Could a Planet Ever Collide With Earth?

Could a Planet Ever Collide With Earth?


This is the fictional planet Nibiru which
has been predicted to slam into Earth, resulting in the end of the world. The scenario is known to doomsayers as the
Nibiru cataclysm. It was allegedly supposed to have occurred
several times over the last decade but most recently in April of 2018. Needless to say… it didn’t happen. Even though planetary collisions aren’t widely
observed today, it’s believed they were once pretty common and they left lasting impacts
on the planets in our solar system and beyond. Uranus is thought to have been a victim of
a major collision. Billions of years ago an object, at least
twice the mass of Earth, crept up a little too close to young Uranus, and the two bodies
slammed into each other with great force. Researchers say the cataclysmic collision
was so strong it caused Uranus to shift onto its side. This theory would explain why the planet has
an axial tilt of nearly 98 degrees which is far more dramatic than the rest of the solar system. Fortunately, Uranus managed to maintain the
majority of its atmosphere so it’s still around today. However, not all planetary masses survive
impacts on this scale. Earth is thought to have been at the center
of a catastrophic collision that destroyed another planet. The Giant Impact Hypothesis – aka The Big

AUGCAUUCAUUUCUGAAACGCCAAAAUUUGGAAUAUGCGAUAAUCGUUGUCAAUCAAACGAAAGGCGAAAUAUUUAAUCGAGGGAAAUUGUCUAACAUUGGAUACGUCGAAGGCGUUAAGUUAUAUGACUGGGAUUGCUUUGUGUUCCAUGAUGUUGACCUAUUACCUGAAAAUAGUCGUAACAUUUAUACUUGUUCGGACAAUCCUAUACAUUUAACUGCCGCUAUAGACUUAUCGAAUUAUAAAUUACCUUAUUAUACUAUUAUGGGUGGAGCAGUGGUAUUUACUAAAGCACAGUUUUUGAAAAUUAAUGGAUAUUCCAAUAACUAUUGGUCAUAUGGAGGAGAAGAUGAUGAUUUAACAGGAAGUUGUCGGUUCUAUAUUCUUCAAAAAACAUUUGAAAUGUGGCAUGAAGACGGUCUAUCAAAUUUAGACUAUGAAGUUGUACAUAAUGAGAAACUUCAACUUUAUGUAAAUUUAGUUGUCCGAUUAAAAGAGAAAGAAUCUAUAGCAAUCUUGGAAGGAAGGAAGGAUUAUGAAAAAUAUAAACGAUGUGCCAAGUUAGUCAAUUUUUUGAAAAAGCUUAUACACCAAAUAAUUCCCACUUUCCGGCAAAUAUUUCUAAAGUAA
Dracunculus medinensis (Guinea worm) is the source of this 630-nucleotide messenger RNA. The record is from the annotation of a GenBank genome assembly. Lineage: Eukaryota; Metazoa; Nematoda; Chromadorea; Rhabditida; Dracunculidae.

Splash or the Theia Impact – suggests that an object about the size of Mars moved towards
Earth more than four billion years ago. It then slammed into our protoplanet and vaporized
on impact. The theory claims that debris from the decimated
planet was pulled into Earth’s orbit and over time, the pieces are thought to have
clumped together, eventually forming the Moon. While this is estimated to have happened a
really long time ago, there are some planetary collisions that are thought to have occurred
a lot more recently. Within the last few thousand years, it’s believed
two planets orbiting a young star were involved in a violent, catastrophic collision. The impact annihilated the smaller planet,
sending its remains far into space in the form of vaporized rock and metal. Since this was a relatively recent collision,
some of the remains are still present and in 2009 NASA’s Spitzer Space Telescope found
evidence of the impact. It detected traces of silicon monoxide gas
– a product of a vaporized planetary crust. Scientists believe the findings help back
up the Giant Impact Hypothesis. So could history repeat itself? Could a planet ever collide with Earth? Scientists say it’s highly unlikely. While large-scale collisions were prevalent
when our solar system was young, it would be extremely rare for one to occur in a stable
and established system like our own. On top of that, if a planet were to come remotely
close enough to threaten Earth, astronomers would be able to spot it years, if not decades,
before impact. So, it’s safe to say, we don’t have to worry
about a rogue planet obliterating our existence – well at least not in our lifetime. If you’re looking to learn more about space exploration and astronomical phenomena be sure to watch this episode of Space Crafts. And don’t forget to subscribe to Seeker for all things science. Thanks for watching!

100 Comments

Leave a Reply

Your email address will not be published. Required fields are marked *